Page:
Fashion industry stakeholders convened for the Circular Textiles Roundtable hosted at the United Nations Headquarters in New York City earlier this month by the Fashion Impact Fund and Lenzing Fibers.
Representatives from the co-founding organizations of World Circular Textiles Day (WCTD), including Circle Economy, Centre for Circular Design and Worn Again Technologies, together with Lenzing Fibers and in collaboration with the United Nations Conscious Fashion and Lifestyle Network hosted the Circular Textiles Roundtable with key stakeholders from across the circularity landscape, including textile collectors and sorters to brands and retailers, industry associations and policymakers.
The United Nations Conscious Fashion and Lifestyle Network, a joint initiative of the Fashion Impact Fund and the United Nations (UN) Office for Partnerships, is an UN-hosted online platform for industry stakeholders, media, governments and UN system entities to showcase collaborations that accelerate the implementation of the Sustainable Development Goals.
Participants were brought together to help create and collaborate on a textiles circularity roadmap to 2050, identifying key milestones for transitioning from the current linear model of “make, use and waste” to one which is circular, where products and materials are kept in continual circulation, and replace the use of virgin materials use, and industry workers are supported in equitable, socially just and resilient societies.
“The scale of change required to transition to a fully circular textiles industry is immense but can be broken down into bite-sized and achievable phases and delivery plans,” Cyndi Rhoades, founder of Worn Again Technologies and co-founder of WCTD, said. “Designing and aligning on circular strategies for implementation and action across the industry today is crucial for achieving future goals and delivering beneficial outcomes for society, economics and the environment in equal measures. Convening these committed industry leaders to evolve collective knowledge and strengthen relationships is a crucial step in fast-tracking necessary change.”
Kerry Bannigan, executive director of the Fashion Impact Fund, said the United Nations Conscious Fashion and Lifestyle Network fosters transparent, inclusive and transformative engagement of global stakeholders to drive urgent action for sustainability.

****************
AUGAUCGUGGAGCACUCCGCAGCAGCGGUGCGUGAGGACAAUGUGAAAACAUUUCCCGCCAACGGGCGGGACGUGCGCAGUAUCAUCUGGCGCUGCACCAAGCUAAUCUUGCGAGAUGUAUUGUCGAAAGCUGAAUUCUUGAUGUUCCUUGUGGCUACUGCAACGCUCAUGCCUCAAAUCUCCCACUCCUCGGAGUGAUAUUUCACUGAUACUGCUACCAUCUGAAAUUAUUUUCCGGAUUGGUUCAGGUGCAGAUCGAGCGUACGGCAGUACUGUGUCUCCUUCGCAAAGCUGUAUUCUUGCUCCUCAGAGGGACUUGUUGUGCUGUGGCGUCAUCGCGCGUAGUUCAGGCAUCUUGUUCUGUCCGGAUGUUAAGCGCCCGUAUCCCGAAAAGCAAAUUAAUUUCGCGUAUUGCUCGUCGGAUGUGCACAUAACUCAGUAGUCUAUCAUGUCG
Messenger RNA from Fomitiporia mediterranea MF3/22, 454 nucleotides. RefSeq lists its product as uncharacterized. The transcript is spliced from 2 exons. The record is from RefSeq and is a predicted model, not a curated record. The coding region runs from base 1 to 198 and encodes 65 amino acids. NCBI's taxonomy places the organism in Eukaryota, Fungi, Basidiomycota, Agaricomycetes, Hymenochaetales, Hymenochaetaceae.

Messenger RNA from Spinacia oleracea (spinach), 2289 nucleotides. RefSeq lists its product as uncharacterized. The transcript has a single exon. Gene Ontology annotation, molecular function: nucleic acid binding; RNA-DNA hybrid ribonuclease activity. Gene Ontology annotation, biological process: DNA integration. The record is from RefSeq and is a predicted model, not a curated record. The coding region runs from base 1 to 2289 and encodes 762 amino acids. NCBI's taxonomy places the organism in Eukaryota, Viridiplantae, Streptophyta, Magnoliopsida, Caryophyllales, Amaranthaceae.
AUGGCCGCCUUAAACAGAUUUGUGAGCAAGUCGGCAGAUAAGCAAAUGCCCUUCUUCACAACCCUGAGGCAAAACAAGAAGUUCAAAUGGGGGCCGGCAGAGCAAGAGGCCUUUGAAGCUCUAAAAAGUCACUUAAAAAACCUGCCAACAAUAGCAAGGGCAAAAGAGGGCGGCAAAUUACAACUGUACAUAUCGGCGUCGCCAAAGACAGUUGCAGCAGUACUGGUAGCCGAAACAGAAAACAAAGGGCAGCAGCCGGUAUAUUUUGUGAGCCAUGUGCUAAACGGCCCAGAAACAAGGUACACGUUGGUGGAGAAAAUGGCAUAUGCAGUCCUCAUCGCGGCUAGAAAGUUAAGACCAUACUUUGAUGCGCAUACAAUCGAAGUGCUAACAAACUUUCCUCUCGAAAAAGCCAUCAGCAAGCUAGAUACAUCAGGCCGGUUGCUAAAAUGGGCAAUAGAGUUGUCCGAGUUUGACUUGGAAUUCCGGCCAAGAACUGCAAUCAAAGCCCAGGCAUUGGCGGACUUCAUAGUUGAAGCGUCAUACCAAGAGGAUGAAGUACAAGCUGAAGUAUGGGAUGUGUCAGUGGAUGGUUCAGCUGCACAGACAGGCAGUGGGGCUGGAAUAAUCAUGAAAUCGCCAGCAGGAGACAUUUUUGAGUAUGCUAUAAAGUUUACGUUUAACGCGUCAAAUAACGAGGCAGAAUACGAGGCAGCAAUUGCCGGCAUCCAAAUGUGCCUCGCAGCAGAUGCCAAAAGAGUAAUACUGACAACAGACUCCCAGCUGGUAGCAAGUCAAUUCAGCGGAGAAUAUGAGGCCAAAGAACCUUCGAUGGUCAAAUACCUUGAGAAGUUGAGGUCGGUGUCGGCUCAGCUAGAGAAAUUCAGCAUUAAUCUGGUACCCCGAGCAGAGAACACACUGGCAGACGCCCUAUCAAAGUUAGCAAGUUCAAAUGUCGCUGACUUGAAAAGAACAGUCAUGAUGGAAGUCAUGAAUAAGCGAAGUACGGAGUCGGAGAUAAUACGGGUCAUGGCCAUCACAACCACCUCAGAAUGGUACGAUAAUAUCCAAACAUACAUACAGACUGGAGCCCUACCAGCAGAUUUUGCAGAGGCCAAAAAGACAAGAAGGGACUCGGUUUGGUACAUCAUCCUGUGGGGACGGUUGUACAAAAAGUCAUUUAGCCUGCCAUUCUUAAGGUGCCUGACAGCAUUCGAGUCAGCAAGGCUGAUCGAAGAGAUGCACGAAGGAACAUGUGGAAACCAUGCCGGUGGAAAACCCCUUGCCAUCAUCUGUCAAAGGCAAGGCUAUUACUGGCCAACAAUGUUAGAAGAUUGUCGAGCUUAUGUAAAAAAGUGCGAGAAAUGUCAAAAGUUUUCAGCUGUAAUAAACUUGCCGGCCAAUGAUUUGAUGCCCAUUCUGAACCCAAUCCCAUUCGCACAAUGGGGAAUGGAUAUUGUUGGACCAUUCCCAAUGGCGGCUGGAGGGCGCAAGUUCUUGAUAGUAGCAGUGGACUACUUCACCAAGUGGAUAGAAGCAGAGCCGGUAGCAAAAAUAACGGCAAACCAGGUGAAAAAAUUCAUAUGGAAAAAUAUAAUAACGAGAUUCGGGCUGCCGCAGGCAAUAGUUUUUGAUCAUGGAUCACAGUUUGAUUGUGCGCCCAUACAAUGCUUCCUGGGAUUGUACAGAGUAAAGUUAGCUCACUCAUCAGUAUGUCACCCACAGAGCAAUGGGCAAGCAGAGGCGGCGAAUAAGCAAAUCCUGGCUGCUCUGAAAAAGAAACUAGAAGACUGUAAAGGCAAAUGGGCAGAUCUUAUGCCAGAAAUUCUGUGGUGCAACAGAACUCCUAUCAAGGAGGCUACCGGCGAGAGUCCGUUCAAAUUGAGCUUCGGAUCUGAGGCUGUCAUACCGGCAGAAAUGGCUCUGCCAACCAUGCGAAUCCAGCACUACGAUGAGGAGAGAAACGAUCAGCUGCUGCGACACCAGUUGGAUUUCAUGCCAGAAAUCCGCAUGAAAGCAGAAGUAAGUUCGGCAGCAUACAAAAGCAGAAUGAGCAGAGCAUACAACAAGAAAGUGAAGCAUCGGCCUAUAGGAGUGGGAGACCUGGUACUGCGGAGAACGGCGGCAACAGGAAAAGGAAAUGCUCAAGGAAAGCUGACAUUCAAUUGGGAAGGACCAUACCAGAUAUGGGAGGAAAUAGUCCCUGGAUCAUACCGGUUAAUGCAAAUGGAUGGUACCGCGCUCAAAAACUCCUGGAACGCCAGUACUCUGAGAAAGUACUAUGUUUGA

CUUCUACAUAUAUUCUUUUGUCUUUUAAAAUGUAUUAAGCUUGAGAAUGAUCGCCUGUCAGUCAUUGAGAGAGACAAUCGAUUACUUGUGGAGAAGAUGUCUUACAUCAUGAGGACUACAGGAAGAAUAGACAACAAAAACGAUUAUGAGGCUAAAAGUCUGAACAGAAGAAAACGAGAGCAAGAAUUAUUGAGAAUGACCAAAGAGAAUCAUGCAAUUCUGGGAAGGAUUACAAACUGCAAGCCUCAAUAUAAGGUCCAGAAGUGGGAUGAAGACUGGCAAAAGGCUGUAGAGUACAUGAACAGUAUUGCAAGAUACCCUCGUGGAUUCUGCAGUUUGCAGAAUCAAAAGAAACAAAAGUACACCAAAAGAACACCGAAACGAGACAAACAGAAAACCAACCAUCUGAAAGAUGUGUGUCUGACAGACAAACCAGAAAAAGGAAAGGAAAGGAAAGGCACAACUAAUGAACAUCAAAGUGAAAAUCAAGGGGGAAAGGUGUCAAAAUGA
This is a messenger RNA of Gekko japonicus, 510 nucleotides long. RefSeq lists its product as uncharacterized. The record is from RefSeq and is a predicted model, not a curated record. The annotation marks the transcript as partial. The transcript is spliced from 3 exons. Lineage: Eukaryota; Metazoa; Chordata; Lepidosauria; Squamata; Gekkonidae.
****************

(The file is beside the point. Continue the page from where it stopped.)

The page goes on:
“The Circular Textiles roundtable aligned with our objective to mobilize expertise, innovation, technology and resources toward a sustainable and inclusive Covid-19 recovery, with the Sustainable Development Goals as a guiding framework,” Bannigan added.
Key insights generated by some of the industry’s leading pioneers included a clear, rationalized plan for scaling up between now and 2050 is needed for all parts of the collecting, sorting, pre-processing and recycling stages. Education, training, new investment and business models are needed to transform the supply chain, including multi-stakeholder models for ownership and distribution.
In addition a data-driven approach needs to be embedded as soon as possible to enable greater understanding and efficiencies for circular flows, along with development of government policies for micro, meso and macro actions that include alignment between global North and South actors.
Overall, the group expressed a desire to see “turbo stakeholder collaboration” and more partnerships established at a greater pace. It also noted a lack of information and action around the social innovation potential for the circular textiles industry and requested more information on realistic and fair proposals for transformation.
“Witnessing leaders across the textile industry come together at the United Nations to engage in collaborative exercises and conversations on circularity, in itself, shows the urgency and need to work together to set up systems and guidelines to achieve this common goal,” Tori Piscatelli, regional marketing manager at Lenzing Fibers, said.
Karla Magruder, founder of Accelerating Circularity, said to enable circularity, “we must align on all strategies to implement and accelerate this necessary revolution.’
“Action, change and fast are descriptors we use for the textile industry,” Magruder added. “Let’s show the world we can take the required action to change fast and create a textile industry worthy of the needs of our industry and world.”
The roadmap template will be released in the coming months and will be used as a foundation for integrating existing industry circularity and decarbonization commitments, as well as for setting a longer-term framework across a range of topics, including transparency, traceability, social metrics, legislation, design, circular materials, and products and services. The aim of the roadmap is to focus industry activities on aligned activities that will accelerate circularity momentum while supporting the industry in reaching its climate targets and delivering against multiple UN Sustainable Development Goals.
World Circular Textiles Day was founded in 2020 to instill a sense of collaboration and positivity within the textile industry. It has set 2050 as a marker for achieving full textile circularity, focusing on materials and planetary boundaries.